Today I Talk To An Icon Of The Meatpacking District, Roberto Monticello!

“Roberto was born & raised in Cuba.

He is a writer & producer who has won numerous awards & grants throughout the years.

He is known for being the Mayor of the Meatpacking

and has aspirations of seeing the neighborhood transform into and arts district.”


Interview by. 

Danielle Sevier 

Produced by. 

Mike Persico


DS: I’m here with Roberto Monticello, known as the “Mayor of the Meatpacking”. So, Roberto, how long have you been in the Meatpacking District? 

RM: Now would be 47 years. 

DS: Wow.

RM: 48 in November. 

DS: And in those 48 years. How drastic have the changes been to the neighborhood? What was it like living there at that time? 

RM: Completely I mean, it’s another world. For a long time, it was a very dangerous area. Mostly very bad at night and everything illegal was going on.

DS: Yes, I remember.

RM: People would get killed. There was an Italian place over in Washington, a little Italian place, which was supposed to be a place to repair cars and you could eat off the floor. It was not anything with repair. I mean, the Whitney had two buildings. The first building was where the prostitutes would bring their customers. They were always getting either mugged or they were mugging someone. It was one or the other it was insane, the whole thing. And the other building was what people in the neighborhood used to call “America’s most wanted Meatpacking”. It was full of fugitives from the law. 

DS: What kind of neighborhood would you like it to be? What would you like to see happening now?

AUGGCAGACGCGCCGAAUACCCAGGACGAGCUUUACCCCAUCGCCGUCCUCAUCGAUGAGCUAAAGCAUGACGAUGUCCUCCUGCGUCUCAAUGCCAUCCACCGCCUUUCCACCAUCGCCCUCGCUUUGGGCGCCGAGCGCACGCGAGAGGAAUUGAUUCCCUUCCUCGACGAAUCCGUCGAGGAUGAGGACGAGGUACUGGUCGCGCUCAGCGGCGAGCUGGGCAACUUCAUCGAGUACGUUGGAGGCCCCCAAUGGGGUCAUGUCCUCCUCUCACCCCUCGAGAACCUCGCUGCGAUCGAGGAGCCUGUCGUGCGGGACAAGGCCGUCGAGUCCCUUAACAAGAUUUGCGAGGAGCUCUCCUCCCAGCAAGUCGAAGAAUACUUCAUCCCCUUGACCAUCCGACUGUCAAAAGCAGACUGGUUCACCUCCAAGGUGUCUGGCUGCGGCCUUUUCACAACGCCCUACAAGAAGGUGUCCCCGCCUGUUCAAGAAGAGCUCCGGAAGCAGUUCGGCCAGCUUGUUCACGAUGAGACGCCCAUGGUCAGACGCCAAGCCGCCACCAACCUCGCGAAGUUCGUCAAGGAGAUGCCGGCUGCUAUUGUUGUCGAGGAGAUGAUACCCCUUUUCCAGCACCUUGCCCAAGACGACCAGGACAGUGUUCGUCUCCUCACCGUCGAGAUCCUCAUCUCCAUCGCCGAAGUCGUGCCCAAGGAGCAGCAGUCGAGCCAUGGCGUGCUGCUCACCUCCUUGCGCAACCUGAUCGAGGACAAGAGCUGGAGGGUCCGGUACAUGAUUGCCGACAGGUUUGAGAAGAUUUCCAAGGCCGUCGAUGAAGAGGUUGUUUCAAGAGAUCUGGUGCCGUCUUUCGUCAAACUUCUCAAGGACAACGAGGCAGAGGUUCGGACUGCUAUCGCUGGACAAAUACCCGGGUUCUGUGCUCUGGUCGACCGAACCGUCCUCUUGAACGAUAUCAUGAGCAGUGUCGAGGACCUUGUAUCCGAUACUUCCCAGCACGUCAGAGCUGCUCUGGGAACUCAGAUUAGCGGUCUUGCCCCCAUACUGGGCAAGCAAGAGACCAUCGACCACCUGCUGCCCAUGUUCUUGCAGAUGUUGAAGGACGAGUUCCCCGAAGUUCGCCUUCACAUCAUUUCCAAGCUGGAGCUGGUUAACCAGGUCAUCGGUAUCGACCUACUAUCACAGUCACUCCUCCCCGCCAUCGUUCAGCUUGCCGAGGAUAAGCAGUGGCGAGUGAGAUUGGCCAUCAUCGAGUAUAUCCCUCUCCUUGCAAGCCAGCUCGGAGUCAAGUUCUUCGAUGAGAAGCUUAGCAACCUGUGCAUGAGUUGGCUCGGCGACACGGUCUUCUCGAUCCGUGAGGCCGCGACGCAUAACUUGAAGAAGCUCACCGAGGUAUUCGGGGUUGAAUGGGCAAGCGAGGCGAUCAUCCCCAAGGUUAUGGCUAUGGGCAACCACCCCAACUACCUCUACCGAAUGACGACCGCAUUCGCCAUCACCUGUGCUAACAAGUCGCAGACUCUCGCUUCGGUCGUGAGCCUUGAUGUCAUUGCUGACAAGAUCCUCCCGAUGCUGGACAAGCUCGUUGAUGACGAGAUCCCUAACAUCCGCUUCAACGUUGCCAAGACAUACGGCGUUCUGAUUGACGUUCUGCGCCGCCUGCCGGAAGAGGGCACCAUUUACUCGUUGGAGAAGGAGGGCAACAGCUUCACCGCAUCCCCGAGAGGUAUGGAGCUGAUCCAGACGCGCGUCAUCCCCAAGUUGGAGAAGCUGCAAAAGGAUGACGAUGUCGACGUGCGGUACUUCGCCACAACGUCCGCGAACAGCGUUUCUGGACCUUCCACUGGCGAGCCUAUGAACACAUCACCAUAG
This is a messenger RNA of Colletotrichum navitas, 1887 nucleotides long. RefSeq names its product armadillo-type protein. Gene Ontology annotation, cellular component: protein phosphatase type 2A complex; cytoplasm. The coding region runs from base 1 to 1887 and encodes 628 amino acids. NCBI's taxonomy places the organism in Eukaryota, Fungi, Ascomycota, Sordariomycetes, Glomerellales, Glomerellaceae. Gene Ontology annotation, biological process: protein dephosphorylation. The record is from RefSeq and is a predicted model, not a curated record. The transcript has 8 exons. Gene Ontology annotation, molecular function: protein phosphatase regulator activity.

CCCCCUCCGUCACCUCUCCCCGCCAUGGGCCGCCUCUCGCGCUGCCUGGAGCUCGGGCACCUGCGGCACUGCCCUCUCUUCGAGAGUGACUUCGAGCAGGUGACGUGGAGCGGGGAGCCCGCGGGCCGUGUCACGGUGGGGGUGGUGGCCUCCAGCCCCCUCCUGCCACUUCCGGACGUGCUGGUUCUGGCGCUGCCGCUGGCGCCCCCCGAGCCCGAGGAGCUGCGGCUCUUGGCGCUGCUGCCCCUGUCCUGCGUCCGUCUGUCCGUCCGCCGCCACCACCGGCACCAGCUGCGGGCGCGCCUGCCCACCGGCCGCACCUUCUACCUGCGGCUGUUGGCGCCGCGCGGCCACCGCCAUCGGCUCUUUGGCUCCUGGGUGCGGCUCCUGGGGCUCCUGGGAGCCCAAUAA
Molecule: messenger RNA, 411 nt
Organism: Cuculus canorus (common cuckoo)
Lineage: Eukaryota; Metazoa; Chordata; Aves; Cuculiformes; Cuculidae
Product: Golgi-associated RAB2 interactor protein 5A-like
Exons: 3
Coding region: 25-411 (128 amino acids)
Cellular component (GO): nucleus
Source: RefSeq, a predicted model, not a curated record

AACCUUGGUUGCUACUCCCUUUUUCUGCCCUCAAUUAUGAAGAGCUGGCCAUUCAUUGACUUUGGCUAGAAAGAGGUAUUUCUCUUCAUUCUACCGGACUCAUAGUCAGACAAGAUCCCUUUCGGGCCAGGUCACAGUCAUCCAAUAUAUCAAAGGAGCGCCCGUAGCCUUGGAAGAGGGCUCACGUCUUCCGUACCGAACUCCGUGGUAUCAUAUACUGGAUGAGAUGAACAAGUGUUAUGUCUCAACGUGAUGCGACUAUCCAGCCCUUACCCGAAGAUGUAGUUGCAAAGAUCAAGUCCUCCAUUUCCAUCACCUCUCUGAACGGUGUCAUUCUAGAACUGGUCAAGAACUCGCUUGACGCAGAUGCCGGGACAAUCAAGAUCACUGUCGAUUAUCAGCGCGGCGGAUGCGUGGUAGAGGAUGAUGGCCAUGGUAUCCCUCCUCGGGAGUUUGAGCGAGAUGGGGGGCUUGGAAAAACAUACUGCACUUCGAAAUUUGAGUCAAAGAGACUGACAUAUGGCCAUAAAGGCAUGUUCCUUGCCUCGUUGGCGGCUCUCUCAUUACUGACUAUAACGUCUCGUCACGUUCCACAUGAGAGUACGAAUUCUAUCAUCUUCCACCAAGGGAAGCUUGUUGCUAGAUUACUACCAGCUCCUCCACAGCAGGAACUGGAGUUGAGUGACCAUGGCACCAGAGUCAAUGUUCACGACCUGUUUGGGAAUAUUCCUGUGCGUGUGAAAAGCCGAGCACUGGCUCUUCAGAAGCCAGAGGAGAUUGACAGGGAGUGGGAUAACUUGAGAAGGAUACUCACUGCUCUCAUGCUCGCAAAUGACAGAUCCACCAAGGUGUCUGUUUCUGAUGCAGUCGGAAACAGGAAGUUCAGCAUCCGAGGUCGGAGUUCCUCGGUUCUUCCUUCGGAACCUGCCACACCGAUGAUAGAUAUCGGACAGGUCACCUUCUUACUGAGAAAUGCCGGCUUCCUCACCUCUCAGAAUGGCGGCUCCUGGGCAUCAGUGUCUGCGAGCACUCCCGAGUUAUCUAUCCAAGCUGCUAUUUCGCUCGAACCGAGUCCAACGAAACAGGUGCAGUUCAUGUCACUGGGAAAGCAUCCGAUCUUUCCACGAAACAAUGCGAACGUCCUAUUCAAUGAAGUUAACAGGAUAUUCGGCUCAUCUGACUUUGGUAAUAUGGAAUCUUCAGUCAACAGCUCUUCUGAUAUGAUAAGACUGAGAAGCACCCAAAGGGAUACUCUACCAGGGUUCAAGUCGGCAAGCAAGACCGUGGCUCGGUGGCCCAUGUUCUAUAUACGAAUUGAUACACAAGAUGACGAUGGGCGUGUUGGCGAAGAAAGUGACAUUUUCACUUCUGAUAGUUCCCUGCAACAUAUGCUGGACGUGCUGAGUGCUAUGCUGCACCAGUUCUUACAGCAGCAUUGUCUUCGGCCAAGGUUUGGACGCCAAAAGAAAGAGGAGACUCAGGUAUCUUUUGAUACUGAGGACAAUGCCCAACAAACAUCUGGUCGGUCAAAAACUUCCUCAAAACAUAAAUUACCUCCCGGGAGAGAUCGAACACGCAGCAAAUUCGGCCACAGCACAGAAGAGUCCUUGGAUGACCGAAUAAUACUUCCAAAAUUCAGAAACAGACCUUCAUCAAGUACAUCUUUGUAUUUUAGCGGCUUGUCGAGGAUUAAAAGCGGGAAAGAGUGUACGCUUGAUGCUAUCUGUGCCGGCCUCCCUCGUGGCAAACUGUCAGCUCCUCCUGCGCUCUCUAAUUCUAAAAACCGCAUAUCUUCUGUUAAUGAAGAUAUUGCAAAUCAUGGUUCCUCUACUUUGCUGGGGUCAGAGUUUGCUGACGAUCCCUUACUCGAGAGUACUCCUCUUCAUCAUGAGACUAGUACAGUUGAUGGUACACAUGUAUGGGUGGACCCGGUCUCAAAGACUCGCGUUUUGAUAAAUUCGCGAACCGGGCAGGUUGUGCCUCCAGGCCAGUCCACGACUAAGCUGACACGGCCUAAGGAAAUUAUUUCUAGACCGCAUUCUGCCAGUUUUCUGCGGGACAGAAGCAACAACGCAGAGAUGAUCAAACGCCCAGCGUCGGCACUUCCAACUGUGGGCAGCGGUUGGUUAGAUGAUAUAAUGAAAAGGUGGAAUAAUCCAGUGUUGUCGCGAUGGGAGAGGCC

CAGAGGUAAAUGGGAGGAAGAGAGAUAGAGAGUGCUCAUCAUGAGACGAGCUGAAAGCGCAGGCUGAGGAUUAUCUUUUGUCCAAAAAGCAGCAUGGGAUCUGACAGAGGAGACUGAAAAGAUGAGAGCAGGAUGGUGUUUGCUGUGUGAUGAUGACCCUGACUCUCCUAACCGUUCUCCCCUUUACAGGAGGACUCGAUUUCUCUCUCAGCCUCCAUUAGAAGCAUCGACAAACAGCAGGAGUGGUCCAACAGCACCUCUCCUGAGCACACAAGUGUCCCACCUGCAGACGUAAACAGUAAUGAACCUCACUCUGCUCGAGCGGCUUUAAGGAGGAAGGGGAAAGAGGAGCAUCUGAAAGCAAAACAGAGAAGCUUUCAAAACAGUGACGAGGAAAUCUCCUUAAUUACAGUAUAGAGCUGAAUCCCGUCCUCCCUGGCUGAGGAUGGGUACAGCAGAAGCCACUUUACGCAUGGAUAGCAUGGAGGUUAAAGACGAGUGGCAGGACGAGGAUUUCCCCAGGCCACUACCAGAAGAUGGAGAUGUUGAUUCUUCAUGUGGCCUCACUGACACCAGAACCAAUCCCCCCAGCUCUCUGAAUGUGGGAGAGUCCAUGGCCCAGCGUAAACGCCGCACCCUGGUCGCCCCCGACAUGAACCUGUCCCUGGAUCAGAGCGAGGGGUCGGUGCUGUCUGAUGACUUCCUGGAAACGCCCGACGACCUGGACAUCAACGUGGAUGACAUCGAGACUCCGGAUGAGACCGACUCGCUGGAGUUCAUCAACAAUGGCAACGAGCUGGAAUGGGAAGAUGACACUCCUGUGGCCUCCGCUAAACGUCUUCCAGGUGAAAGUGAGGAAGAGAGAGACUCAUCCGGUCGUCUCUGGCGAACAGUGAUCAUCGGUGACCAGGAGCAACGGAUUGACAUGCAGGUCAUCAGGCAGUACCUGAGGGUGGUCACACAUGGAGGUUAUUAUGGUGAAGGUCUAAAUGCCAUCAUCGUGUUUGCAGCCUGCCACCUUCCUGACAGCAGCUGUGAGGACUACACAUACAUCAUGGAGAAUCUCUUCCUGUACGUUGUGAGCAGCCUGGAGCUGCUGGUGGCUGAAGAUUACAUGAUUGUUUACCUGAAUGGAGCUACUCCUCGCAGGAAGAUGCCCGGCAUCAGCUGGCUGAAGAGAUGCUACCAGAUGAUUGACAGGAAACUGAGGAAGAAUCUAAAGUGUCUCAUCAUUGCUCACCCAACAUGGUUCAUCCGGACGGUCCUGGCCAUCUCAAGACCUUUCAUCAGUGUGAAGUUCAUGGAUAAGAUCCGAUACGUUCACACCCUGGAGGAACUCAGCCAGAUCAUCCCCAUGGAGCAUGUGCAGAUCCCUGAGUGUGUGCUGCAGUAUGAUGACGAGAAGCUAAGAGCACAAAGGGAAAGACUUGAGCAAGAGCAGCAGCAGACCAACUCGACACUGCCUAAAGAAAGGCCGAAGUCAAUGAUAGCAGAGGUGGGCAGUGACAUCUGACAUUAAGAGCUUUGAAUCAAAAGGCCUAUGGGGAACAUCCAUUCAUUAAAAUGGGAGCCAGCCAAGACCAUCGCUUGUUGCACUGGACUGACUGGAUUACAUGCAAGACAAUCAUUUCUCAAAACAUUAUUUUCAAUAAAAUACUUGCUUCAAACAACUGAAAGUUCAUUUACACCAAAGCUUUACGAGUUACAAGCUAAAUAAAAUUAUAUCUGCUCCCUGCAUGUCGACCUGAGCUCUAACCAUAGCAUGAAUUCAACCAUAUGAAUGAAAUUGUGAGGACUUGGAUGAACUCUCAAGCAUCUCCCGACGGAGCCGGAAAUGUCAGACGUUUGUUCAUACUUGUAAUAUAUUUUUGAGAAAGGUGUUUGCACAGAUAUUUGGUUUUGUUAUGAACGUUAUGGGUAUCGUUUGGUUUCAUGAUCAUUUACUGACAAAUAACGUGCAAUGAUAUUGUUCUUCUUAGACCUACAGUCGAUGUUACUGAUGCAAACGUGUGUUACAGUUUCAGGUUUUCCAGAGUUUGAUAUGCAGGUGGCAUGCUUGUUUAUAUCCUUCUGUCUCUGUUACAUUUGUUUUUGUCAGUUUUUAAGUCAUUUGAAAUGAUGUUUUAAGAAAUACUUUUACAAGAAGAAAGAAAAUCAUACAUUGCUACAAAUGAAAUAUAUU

RM: An arts district. 

DS: Yes, I agree

RM: Most big cities in the world almost all have an arts district, right? 

DS: Correct 

RM: Why not the Meatpacking? The Meatpacking doesn’’t compete with housing. The Meatpacking is known by everybody. You know what I mean? And, at the same time, there’’s a lot of problems with real estate. There are only big companies, the big conglomerates that can afford to have businesses there. So, let’s save it and bring the artists back there. The artists are leaving New York. Well, let’’s find a place for the artist to go to. 

DS: And are you trying to organize something to make this happen? 

RM: My problem is that I’m doing a documentary of a human trafficking. And I’’m also traveling back and forth overseas so I don’t have the time to do it by myself. I don’t have the hours. I’’m trying to put a team together.

DS: I agree with you. There used to be an arts district there before it became what it is now, and I would love to see it come back again. 

RM: Yes, I agree. And we have a mayor now and a governor that should go along with that. There’s no reason not to do it. 

DS: Excellent. And before we finish up, I would love to know how you got the name “Mayor of the Meatpacking.”

RM: Because everybody knew me way back. I always spend some time in Meatpacking.

DS: I read that it was an incident at Florent (local restaurant) that got you that name.

RM: I was at Florent, and I had a French girlfriend. French are very passionate. But also, she was very beautiful. And because of that, nobody had ever broken up with her. But I broke up with her, and she went crazy. She went in the kitchen, and she actually grabbed one of the big knives they had hanging there and came over with this knife. You know what I mean? And everybody said, “No, don’’t touch him because he’s the Mayor of Meatpacking!” Everybody started calling me “The Mayor. The Mayor. The Mayor.” 

DS: Wow, that is quite the story! You’ve definitely seen a lot in those 48 years, and I thank you for sharing all that! It was a pleasure speaking with you, Mayor. 

RM: Thank you. And I hope you help me get a team together to do this. We need it. 

DS: Thank you. Roberto!


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